Chapter 8

Maturation of Wine

Changes in Wine Composition during Maturation

Many reactions occur during the maturation phase which lead to significant changes in the composition of the wine. Many of these changes are subtle and, in some cases, so small that their impact on the sensory properties of wine is not noticeable. On the other hand, certain reactions have a noticeable effect on the various sensory attributes of wine, and they play a significant role in wine maturation. During maturation the grape-derived aromas fade, more complex and pleasing aromas develop, and changes in taste and mouthfeel occur too. Astringent and harsh tastes are replaced by smoother, rounder tastes. The various aroma and taste components integrate, yielding complex, rich, and delicious wines.

Taste and Mouthfeel

With proper maturation, the wine becomes mellower and smoother, and acquires a richer mouth feel. Many compositional changes contribute to the improved taste. The important changes include polymerization of phenolic compounds and reduction in acidity. Tannins in young wines contain many short tannins that contribute unpleasantly aggressive, green, stemmy characters.


There is generally a distinction made between aroma and a wine's bouquet but often these two terms are used interchangeably. Aroma refers to the smells unique to the grape variety and are most readily demonstrated in a varietal wine - such as lychees with Gewurztraminer or black currant with Cabernet Sauvignon. These are smells that are commonly associated with a young wine. On the other hand, wine bouquet results from the winemaking process of fermentation, maturation, and aging from chemical reactions among acids, sugars, alcohols, and phenolic compounds that form of new aromas. These can include honey in an aged Sauternes or truffles in a Pinot Noir.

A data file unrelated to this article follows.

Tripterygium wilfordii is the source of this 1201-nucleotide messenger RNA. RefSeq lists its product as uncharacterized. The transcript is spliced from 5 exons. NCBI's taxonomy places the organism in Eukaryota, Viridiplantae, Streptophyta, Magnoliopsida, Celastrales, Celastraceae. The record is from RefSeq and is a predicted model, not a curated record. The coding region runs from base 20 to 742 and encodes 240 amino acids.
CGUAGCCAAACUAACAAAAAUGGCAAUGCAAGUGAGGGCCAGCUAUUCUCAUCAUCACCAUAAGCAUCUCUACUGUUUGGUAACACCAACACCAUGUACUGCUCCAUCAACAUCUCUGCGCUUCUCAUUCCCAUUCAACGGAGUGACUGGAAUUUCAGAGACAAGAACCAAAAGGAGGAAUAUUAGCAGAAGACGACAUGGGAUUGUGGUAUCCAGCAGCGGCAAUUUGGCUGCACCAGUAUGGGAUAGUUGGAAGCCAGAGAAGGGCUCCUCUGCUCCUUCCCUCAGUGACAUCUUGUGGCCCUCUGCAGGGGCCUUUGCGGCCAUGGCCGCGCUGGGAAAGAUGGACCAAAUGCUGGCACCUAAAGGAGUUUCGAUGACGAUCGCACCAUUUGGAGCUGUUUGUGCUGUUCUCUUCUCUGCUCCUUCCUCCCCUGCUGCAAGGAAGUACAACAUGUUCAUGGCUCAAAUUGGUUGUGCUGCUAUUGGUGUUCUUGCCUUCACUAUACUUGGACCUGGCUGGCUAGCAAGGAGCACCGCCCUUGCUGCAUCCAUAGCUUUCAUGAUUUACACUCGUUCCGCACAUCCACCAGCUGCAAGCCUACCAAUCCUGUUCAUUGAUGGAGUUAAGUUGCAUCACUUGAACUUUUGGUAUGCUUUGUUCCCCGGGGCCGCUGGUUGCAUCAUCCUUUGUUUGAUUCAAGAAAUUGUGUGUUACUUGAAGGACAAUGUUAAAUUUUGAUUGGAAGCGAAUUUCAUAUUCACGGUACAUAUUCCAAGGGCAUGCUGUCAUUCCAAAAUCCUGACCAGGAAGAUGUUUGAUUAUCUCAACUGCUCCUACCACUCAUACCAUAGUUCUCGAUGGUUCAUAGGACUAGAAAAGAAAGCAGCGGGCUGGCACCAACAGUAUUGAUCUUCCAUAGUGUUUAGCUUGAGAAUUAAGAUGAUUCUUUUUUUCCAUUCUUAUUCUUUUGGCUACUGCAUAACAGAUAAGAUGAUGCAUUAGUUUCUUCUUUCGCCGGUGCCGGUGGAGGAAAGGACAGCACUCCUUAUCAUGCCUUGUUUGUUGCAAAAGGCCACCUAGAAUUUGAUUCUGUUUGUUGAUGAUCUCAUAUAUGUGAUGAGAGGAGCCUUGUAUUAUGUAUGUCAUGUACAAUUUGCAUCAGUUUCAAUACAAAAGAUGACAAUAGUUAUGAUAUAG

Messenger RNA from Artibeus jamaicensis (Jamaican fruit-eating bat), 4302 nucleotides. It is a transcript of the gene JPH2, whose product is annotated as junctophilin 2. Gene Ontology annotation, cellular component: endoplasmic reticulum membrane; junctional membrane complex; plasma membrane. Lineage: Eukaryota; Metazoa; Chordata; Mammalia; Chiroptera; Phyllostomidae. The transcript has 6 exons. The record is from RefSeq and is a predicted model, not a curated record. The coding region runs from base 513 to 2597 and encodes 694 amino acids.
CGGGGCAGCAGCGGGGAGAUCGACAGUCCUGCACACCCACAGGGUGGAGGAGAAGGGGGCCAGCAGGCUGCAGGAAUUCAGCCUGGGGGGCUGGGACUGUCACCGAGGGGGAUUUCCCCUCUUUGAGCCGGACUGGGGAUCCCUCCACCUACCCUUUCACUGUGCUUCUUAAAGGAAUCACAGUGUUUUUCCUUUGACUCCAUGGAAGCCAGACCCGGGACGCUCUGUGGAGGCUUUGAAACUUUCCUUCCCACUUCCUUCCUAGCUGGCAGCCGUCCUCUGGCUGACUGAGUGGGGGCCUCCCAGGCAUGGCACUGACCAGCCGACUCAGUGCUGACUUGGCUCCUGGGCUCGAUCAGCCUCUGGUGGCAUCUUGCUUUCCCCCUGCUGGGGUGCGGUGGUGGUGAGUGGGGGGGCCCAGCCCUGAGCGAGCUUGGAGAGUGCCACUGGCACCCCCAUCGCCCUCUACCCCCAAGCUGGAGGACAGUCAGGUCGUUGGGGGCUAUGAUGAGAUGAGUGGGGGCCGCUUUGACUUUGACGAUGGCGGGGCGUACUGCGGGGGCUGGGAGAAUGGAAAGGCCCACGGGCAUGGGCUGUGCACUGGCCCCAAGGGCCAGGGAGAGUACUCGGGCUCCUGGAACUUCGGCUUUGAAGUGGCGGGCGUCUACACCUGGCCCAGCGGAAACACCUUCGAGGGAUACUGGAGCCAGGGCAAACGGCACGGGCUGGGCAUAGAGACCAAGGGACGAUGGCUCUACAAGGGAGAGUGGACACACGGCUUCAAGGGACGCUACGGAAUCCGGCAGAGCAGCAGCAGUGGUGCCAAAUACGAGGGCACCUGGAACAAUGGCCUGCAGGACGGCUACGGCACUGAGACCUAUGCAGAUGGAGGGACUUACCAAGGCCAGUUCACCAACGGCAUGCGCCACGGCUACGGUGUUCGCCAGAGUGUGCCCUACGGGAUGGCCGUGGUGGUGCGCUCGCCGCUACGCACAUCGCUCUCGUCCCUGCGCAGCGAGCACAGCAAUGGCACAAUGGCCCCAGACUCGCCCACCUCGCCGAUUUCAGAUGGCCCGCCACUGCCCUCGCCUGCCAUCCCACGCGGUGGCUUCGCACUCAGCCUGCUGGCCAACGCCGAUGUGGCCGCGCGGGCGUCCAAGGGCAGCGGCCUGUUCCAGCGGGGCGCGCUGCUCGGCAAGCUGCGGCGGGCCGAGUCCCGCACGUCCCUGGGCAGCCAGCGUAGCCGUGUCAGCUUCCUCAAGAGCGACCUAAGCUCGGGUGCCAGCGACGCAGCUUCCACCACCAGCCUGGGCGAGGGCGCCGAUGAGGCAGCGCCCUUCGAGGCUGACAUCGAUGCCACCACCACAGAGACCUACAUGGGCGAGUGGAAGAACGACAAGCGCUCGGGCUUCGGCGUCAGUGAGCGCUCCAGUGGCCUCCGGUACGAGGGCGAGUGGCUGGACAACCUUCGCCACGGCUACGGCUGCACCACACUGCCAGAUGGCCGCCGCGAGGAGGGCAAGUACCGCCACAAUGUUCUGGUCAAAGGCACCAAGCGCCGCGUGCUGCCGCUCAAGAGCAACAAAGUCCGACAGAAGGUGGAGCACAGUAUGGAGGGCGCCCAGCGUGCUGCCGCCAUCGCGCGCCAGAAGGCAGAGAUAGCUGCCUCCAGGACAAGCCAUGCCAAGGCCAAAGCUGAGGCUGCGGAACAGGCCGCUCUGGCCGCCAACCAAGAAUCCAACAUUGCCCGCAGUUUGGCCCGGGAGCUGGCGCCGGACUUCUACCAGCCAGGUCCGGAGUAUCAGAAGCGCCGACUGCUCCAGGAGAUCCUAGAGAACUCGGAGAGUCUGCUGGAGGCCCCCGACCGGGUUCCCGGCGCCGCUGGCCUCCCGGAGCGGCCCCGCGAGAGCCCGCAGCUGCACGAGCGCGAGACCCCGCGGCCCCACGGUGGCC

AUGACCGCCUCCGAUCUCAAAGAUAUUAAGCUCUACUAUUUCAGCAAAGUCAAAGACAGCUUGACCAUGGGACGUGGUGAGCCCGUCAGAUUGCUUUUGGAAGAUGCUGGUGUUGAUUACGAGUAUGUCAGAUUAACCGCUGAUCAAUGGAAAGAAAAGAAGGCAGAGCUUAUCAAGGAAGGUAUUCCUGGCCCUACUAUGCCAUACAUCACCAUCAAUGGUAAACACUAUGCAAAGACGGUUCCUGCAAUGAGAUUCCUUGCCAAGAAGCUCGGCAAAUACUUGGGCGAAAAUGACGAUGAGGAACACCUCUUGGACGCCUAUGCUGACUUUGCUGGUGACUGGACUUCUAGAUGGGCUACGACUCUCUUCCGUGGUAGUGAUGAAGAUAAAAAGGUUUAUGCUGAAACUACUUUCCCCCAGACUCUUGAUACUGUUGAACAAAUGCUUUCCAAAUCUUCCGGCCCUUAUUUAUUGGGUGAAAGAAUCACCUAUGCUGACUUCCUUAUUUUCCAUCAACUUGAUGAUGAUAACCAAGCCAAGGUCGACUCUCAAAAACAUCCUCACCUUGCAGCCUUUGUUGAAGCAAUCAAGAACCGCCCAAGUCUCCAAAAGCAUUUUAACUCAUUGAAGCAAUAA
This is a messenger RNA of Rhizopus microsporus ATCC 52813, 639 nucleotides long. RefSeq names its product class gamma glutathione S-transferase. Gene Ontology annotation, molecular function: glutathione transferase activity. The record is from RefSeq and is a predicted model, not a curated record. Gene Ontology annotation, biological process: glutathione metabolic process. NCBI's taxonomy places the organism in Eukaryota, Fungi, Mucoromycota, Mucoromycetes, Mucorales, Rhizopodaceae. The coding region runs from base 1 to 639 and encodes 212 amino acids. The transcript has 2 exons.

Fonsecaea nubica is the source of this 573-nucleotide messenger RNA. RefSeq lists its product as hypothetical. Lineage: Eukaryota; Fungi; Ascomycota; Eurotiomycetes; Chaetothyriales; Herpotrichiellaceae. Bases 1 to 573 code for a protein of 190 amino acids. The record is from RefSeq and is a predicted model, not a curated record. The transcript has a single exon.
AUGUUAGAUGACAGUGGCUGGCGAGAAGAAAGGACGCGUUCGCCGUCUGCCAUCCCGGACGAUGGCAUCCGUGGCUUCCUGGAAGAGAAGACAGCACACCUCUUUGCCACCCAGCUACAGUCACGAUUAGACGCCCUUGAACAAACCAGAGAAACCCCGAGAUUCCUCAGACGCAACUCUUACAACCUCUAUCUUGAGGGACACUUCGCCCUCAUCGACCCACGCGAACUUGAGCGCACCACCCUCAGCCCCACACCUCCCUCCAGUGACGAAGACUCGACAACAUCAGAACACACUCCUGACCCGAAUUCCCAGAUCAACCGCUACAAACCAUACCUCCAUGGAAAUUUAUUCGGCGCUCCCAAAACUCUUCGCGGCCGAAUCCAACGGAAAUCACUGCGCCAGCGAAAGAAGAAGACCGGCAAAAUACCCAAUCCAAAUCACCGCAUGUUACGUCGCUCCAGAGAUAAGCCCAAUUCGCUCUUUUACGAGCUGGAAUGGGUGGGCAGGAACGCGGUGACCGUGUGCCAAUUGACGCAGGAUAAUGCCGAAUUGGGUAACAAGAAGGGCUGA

Generally, during the process of maturation, the most obvious change occurs in the color of the wine.

Effect of Oxygen on Red Wine Color

In young red wines, the bright red (with purple tint) color is due to monomeric anthocyanins, or free anthocyanins, which are extracted from the skin during fermentation. Oxygen (from air) plays an important role in the condensation reaction between anthocyanins and tannins, which results in the gradual loss of free anthocyanins and the formation of stable polymeric (anthocyanin tannin) pigments.

Effect of Oxygen on White Wine Color

Unlike red wines that lose their color, white wines tend to enrich their color over time, shifting from a lightyellow or greenish tint color to a deeper yellow color. A brown color is normally unwanted because this indicates oxidation in white table wine. Brown color is normally measured at 420 nanometers (nm) in white wine (du Toit et al., 2006). Brown coloration can be induced by enzymatic oxidation (Section 17.1).


Oxidative changes are an important part of wine maturation (Chapter 17). The rate of oxidation depends on pH, temperature, concentration of dissolved oxygen, and the phenolic composition. Oxidation is greater at high pH and high temperature. Wine maturation can be accelerated at higher cellar temperatures; however, such treatment can have an adverse effect on the quality of a wine.

Click on the following topics for more information on changes in wine composition during maturation.